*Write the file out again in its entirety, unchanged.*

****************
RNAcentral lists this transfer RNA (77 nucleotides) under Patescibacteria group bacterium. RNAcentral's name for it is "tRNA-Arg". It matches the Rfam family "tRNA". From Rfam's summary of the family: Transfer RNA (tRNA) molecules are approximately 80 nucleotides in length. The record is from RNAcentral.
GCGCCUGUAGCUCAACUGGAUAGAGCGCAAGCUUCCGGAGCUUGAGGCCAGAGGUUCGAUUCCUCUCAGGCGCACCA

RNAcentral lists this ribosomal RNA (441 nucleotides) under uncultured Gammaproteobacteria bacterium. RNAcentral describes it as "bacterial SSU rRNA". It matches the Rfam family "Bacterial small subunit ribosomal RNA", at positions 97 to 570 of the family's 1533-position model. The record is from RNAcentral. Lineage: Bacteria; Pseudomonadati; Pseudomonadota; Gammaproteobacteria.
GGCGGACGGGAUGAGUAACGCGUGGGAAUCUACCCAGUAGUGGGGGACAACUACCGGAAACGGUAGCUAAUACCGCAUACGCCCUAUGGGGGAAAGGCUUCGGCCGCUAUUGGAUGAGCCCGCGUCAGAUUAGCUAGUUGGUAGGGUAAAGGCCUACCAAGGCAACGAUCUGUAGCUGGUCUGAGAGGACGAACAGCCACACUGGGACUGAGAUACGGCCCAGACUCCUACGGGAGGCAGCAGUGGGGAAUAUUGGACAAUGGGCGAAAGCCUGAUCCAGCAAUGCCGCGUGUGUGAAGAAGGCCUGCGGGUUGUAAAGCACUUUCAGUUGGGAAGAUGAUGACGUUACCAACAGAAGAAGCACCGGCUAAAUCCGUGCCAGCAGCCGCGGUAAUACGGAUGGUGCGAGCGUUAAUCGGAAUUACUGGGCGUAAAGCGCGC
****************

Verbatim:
RNAcentral lists this transfer RNA (77 nucleotides) under Patescibacteria group bacterium. RNAcentral's name for it is "tRNA-Arg". It matches the Rfam family "tRNA". From Rfam's summary of the family: Transfer RNA (tRNA) molecules are approximately 80 nucleotides in length. The record is from RNAcentral.
GCGCCUGUAGCUCAACUGGAUAGAGCGCAAGCUUCCGGAGCUUGAGGCCAGAGGUUCGAUUCCUCUCAGGCGCACCA

RNAcentral lists this ribosomal RNA (441 nucleotides) under uncultured Gammaproteobacteria bacterium. RNAcentral describes it as "bacterial SSU rRNA". It matches the Rfam family "Bacterial small subunit ribosomal RNA", at positions 97 to 570 of the family's 1533-position model. The record is from RNAcentral. Lineage: Bacteria; Pseudomonadati; Pseudomonadota; Gammaproteobacteria.
GGCGGACGGGAUGAGUAACGCGUGGGAAUCUACCCAGUAGUGGGGGACAACUACCGGAAACGGUAGCUAAUACCGCAUACGCCCUAUGGGGGAAAGGCUUCGGCCGCUAUUGGAUGAGCCCGCGUCAGAUUAGCUAGUUGGUAGGGUAAAGGCCUACCAAGGCAACGAUCUGUAGCUGGUCUGAGAGGACGAACAGCCACACUGGGACUGAGAUACGGCCCAGACUCCUACGGGAGGCAGCAGUGGGGAAUAUUGGACAAUGGGCGAAAGCCUGAUCCAGCAAUGCCGCGUGUGUGAAGAAGGCCUGCGGGUUGUAAAGCACUUUCAGUUGGGAAGAUGAUGACGUUACCAACAGAAGAAGCACCGGCUAAAUCCGUGCCAGCAGCCGCGGUAAUACGGAUGGUGCGAGCGUUAAUCGGAAUUACUGGGCGUAAAGCGCGC